Way back when, my family needed a bigger vehicle. We didn’t even want a bigger vehicle, but you can’t fit four car seats in a station wagon. I dutifully did my research and went car shopping. A lusted after a fun little SUV, but was practical enough to realize that I didn’t want to spend my life leaning over a seat to buckle people into car seats in the third row. A minivan was the right tool for the job.
And for some reason, that baffles me now, I needed a new minivan. Maybe it was because old minivans weren’t much less expensive, or because my pregnant brain thought that I deserved a new car, or maybe I just didn’t want the hassle of trying to buy a used car while juggling three toddlers alone. I don’t remember.
And so, I did all the smart things: Read all the reviews, picked the right vehicle and the right trim level for our needs, and comparison shopped between multiple dealerships. I found the best loan deal, and bought my new car. It genuinely was a great thing for our family – we could reconfigure the seats in different ways for different purposes, and there was plenty of room for all of us and all of our stuff. We worked that van hard until we donated it before moving overseas.
And yet, it was still a huge financial mistake. Buying that car new cost us a lot of money in the long-term. Was it worth it? Who can say? But I do wish I had thought this decision through a lot longer.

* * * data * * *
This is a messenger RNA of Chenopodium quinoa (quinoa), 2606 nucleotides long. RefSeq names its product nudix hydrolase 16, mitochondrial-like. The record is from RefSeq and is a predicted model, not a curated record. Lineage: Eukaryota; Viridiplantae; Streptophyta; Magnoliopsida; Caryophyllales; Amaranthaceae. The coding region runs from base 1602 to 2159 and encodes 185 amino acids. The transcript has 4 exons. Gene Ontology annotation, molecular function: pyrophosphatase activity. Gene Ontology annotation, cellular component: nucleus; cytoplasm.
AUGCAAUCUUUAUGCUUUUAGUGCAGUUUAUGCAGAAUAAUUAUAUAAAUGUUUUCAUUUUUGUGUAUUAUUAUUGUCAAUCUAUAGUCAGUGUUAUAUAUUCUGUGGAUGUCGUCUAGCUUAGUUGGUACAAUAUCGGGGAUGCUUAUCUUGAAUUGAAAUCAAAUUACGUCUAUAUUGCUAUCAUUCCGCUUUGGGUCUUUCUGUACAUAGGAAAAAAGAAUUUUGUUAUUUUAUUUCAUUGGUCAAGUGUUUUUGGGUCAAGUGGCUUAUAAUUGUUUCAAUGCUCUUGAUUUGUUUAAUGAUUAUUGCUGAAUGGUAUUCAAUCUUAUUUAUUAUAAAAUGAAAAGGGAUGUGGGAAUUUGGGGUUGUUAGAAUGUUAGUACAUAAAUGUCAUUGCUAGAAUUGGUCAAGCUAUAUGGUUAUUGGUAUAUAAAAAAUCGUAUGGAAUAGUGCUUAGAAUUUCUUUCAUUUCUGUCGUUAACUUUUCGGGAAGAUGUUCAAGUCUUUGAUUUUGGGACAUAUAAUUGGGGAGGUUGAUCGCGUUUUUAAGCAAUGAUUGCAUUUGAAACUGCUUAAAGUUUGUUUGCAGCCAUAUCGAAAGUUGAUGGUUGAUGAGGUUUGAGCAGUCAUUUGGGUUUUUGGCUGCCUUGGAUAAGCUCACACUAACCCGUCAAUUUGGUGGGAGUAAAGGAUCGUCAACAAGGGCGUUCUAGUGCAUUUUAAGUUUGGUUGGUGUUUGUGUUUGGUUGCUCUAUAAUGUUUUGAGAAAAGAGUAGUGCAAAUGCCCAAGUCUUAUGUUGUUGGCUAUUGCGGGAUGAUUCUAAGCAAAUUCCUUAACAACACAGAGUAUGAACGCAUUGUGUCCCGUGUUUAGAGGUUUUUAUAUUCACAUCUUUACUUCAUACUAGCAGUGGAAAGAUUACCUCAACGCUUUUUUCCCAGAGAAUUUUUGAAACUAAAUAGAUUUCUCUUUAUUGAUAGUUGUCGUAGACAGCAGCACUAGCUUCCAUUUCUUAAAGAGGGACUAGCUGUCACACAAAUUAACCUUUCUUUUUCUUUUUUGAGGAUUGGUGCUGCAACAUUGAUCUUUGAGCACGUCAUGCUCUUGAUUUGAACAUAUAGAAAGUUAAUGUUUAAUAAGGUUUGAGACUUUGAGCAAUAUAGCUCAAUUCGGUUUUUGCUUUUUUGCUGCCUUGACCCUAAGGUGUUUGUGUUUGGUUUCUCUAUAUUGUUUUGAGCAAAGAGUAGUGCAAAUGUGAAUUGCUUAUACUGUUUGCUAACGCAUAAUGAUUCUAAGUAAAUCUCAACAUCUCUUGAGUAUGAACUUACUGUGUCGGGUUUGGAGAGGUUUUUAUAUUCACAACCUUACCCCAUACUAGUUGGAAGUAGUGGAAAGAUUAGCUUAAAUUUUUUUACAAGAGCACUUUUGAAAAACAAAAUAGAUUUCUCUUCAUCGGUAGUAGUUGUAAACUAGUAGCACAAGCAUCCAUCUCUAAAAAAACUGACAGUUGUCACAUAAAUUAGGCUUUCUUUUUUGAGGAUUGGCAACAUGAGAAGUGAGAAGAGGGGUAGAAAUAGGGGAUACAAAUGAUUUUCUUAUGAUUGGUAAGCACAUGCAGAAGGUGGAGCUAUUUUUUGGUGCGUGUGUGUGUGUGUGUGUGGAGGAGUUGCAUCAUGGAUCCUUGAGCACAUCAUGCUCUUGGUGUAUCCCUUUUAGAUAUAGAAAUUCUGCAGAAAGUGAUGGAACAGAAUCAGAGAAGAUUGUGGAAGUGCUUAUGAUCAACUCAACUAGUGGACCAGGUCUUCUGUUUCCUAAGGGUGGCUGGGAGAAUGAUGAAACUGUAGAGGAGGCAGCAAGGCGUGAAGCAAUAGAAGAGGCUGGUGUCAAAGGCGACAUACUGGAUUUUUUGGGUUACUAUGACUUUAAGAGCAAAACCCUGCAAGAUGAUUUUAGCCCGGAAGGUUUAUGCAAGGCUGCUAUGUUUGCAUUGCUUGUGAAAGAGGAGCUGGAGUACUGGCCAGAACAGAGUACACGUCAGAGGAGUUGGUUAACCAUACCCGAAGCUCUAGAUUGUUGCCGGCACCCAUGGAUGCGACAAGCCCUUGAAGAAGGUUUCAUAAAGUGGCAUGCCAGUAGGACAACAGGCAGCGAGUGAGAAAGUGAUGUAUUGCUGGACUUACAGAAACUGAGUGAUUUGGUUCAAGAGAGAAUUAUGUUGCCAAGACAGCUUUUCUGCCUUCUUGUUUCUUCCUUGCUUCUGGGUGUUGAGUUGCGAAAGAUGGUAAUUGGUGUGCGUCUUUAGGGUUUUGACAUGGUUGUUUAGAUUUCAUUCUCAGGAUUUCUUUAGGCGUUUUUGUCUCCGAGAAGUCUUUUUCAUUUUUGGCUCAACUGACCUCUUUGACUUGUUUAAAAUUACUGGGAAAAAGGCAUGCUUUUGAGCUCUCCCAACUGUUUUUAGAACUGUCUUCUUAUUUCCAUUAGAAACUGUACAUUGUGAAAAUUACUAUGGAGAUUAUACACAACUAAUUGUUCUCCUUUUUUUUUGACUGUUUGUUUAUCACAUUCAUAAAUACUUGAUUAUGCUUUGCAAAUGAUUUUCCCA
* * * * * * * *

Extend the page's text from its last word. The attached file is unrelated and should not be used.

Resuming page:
The Sticker Price
I paid just shy of $30,000 for the minivan. It was the most I had ever paid for a car, and still is the most I’ve paid for a car. Minivans that were a few years used were running around $20,000 at the time. They were a little newer, but otherwise substantially the same vehicle. I would have been perfectly happy with the $20,000 van. So I flat out wasted $10,000 right there.
I don’t remember the specifics of the financing, but the interest rate was around 3%. Because that seemed crazy low (given the time), I didn’t put any money down AND I picked a six-year loan term – 72 months! That meant our payment was around $455 a month. We did end up paying it off early, but not terribly early. Let’s say we paid it off in five years. In those five years, we paid around $2,700 in interest. Sigh. So the total cost of this purchase was $32,700.
The Short-Term Impact
Let’s imagine that instead of buying the new van, I bought the used van at $20,000. And let’s imagine that I still financed it, but I put $5,000 down. That’s not unreasonable considering that I was selling a previous car. (Whatever did we do with *that* money?) Even if I financed $15,000, with the same payment amount, I would have paid it off in 35 months, saving myself $2,000 in interest. So the total savings by purchasing used and making a 25% down payment would have been $12,000. Geesh.
The Long-Term Impact
At the time I made this purchase, I was 33. Let’s take $12,000 and invest it in the market at a conservative growth rate of 6% per year. In 37 years, when I am 70years old, that $12,000 would be worth $103,000. Thank you, compound interest.
While $103,000 won’t change my life entirely, it’s a lot of money to lose for one car purchase that I didn’t even keep for 8 years. And imagine that I add that $103,000 to other dumb financial moves I have made over my lifetime. There have been quite a few. I don’t even want to think about it too much, because it makes me kind of ill. I could buy an entire fleet of minivans for the total amount I’ve wasted on cars over the years.
We all make financial mistakes, and they help us learn. But sometimes it is OK to learn from other people’s financial mistakes. If you are contemplating your next car purchase, learn from my mistakes. You can make a significant impact on your long-term financial goals by simply making slightly different decisions along the way.